The contents of our dialog are going to go into a
<dialog> element. By using this element, rather then a
<div>, we gain access to a lot of built in functionality and accessibility features already baked in for us. Some of these features are the
open attribute and some default styles. Let's create our dialog and a button that we will use to open it (Listing 1).
Notice in figure 1 that when we run this code, all we see is the button. The dialog is closed by default.
close() methods are part of the
HTMLDialogElement interface which is used by the
showDialog() displays the dialog on the top layer and includes a backdrop that we can style using the
::backdrop pseudo-element (more on that a little bit later in this article).
close() as its name implies, closes the dialog. Figure 2 shows our open dialog.
Note: Notice that pressing the escape key also closes the dialog even though we didn't have to write any code for that. One of the many benefits of using semantic tags is that they come along with baked-in behaviors; this is one of them for dialogs.
We now have a mechanism to open and close our dialog, which means we can see it and start to style it.
Let's start by setting some custom properties for our theme colors and styling our typography and buttons. Next we will style the dialog and backdrop itself. Listing 3 shows our theme styles.
Our page now looks as seen in figure 3.
With the general theme out of the way, let's focus on styling the actual dialog elements starting with the backdrop.
The backdrop does not inherit from anything, we therefore must add it as a selector to our rule that contains all of our custom properties if we want to be able to use them on our backdrop (listing 4).
Now that we can use our custom properties on the backdrop, let's go ahead and change its background color to use the
--backdrop custom property and give it a bit of a blur as seen in listing 5.
With the backdrop styled (figure 4), let's focus on the dialog itself.
Let's make it so that when our dialog content is larger than our screen (figure 5), instead of the entire dialog contents scrolling, we keep our header and footer visible and only scroll the body section. To do this we will use grid.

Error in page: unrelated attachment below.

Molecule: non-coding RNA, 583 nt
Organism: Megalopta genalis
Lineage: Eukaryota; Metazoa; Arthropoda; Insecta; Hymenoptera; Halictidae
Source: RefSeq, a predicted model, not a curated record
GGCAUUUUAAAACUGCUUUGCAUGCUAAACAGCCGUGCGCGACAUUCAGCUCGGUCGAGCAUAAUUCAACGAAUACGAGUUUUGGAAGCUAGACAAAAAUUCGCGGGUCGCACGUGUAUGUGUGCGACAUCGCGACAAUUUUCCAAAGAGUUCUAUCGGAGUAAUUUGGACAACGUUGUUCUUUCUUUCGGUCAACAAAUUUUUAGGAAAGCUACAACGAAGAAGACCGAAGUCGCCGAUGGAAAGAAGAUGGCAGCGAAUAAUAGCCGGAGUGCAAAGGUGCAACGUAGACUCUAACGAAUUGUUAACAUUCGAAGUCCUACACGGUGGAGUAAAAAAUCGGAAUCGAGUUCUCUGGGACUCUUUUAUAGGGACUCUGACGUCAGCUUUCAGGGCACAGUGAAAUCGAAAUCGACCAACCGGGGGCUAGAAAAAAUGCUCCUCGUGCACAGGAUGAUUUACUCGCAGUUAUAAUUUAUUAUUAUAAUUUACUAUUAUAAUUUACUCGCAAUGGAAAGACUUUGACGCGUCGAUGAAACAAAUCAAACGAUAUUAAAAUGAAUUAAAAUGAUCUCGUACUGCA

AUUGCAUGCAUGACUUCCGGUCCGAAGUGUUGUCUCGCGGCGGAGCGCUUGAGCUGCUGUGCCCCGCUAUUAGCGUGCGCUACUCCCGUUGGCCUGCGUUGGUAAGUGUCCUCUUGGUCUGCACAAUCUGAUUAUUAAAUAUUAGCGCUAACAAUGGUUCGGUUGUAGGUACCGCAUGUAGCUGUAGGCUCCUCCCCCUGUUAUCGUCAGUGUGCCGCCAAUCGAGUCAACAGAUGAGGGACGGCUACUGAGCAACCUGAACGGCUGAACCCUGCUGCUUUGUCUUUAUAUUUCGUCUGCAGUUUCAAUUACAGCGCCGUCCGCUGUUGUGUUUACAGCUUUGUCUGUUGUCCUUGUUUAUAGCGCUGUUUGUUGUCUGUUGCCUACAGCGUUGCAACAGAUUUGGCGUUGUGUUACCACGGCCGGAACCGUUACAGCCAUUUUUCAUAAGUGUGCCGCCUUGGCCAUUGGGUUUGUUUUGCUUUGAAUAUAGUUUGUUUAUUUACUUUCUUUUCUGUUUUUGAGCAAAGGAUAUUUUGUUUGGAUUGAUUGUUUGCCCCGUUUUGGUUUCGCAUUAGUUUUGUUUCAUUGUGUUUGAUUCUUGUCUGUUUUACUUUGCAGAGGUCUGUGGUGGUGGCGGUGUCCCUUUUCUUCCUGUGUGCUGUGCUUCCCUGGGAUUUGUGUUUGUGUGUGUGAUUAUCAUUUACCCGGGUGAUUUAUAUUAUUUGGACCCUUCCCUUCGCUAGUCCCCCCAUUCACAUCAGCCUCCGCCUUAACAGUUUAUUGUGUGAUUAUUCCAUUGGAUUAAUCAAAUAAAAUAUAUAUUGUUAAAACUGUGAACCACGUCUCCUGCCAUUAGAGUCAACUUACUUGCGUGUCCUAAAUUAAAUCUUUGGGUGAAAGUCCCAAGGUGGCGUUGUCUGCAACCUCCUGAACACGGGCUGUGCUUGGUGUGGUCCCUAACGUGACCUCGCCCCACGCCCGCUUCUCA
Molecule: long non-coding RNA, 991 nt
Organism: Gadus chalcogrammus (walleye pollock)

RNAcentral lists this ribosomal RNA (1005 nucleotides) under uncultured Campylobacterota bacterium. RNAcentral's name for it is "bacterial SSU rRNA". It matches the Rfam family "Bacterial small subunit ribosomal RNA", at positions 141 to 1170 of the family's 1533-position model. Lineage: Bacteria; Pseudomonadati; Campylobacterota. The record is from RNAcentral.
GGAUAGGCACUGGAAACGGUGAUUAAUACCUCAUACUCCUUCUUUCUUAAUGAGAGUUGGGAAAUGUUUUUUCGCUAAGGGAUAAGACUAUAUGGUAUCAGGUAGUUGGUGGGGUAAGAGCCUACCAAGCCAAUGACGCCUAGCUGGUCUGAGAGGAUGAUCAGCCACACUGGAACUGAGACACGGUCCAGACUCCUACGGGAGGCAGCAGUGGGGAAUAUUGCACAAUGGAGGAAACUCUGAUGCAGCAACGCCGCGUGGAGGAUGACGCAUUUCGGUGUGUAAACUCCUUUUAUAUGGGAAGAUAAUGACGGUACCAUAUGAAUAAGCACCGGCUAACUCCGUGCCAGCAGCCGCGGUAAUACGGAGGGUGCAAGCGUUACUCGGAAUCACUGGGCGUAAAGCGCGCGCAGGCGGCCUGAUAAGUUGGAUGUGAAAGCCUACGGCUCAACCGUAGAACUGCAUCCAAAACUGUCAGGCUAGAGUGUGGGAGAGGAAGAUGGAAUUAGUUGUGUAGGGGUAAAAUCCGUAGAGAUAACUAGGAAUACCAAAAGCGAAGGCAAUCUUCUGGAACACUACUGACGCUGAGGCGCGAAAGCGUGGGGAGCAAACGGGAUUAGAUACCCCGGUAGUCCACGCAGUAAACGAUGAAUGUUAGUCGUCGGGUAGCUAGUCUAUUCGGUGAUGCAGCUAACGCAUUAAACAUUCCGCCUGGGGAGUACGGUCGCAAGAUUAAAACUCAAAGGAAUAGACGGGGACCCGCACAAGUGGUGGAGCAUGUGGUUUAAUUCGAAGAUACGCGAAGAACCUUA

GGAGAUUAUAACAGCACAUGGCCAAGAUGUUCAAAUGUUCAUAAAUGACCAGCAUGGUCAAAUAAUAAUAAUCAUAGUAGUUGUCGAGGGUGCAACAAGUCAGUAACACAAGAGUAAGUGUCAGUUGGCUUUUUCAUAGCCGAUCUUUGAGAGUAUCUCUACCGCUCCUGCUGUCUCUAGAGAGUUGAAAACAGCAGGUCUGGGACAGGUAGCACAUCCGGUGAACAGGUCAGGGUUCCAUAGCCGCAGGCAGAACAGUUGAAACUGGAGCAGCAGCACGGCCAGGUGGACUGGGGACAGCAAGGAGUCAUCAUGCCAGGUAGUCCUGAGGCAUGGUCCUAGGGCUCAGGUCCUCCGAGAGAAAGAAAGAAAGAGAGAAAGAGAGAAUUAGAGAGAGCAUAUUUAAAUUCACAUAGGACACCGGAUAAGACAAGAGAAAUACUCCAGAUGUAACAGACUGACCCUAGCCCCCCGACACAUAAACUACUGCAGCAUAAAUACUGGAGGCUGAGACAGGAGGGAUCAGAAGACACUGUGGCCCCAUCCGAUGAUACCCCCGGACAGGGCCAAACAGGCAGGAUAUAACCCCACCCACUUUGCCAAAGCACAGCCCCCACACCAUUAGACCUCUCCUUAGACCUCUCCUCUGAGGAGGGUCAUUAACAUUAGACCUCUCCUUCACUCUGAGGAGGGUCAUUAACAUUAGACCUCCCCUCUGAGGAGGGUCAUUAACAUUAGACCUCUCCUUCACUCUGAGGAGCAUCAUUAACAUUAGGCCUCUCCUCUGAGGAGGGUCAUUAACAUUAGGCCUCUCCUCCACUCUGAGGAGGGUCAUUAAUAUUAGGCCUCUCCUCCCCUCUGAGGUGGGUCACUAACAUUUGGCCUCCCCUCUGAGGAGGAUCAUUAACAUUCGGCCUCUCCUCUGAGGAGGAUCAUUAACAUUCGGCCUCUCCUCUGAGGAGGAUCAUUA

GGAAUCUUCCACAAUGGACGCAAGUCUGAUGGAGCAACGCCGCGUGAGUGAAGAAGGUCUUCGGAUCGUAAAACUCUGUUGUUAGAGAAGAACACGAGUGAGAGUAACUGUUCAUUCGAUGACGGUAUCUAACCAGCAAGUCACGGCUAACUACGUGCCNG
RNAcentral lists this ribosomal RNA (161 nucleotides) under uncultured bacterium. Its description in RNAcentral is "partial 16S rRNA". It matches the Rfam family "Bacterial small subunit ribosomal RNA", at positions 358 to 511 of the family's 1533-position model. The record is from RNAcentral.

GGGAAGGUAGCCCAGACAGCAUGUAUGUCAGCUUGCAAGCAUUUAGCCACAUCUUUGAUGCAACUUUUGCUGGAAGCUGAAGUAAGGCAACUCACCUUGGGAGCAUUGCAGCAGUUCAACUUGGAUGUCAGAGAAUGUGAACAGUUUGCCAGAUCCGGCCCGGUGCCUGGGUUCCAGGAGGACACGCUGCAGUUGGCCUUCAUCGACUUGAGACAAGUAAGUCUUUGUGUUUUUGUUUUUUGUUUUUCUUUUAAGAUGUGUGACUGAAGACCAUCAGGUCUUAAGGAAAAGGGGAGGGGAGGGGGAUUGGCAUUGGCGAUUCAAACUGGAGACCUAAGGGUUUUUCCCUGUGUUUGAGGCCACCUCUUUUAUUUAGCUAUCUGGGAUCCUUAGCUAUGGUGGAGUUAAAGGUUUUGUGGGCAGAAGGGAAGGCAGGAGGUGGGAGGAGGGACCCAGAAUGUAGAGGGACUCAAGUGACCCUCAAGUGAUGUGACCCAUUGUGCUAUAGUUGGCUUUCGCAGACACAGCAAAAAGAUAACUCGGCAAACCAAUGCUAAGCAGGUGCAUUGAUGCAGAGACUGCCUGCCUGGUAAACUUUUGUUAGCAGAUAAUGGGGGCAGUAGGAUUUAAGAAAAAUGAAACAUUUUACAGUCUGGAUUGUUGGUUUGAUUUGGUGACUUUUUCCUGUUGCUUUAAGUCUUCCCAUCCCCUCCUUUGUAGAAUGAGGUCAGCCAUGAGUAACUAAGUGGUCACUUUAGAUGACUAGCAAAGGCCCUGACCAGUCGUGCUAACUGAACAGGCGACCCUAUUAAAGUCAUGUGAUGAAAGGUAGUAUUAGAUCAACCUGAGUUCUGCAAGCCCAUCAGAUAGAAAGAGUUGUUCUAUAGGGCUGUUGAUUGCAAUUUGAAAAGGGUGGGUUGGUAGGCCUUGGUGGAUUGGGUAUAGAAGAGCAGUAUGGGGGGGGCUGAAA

We can't just give our dialog a
grid because otherwise, when it is suppose to be closed it becomes visible on the screen (figure 6). We can only change the
display property value of the dialog when it is open.
We therefore use a selector attribute:
dialog[open]. When the dialog is open, the browser automatically gives it an attribute of open and then removes it once closed. We can therefore use this attribute in our selector, to only change the display property value when the dialog is open. Our CSS therefore looks as follows (listing 6).
By setting the width and the height, and then giving the body section a vertical overflow of auto, the header and footer now stay in view but the center section scrolls (figure 7).
However, our scroll-bar is inset due to the default padding the browser gives the dialog. The sections also blend into each other a bit so let's adjust the padding and add a little bit of polish to it's contents.
To make it more obvious that this is a dialog, we are also going to replace the border with a drop shadow so that it seems like it is floating above the backdrop.
Listing 7 shows our finishing touches.
Our finished dialog looks as seen in figure 8. By giving the header a background color and adding shadows to the header and footer, the content portion of the dialog becomes more distinct. The scroll bar is also now better positioned at the edge of the dialog. Finally the shadow given to the dialog itself creates a cense of depth to the design.
You can find a running version of the code presented on codepen at https://codepen.io/martine-dowden/pen/BaGLeJW.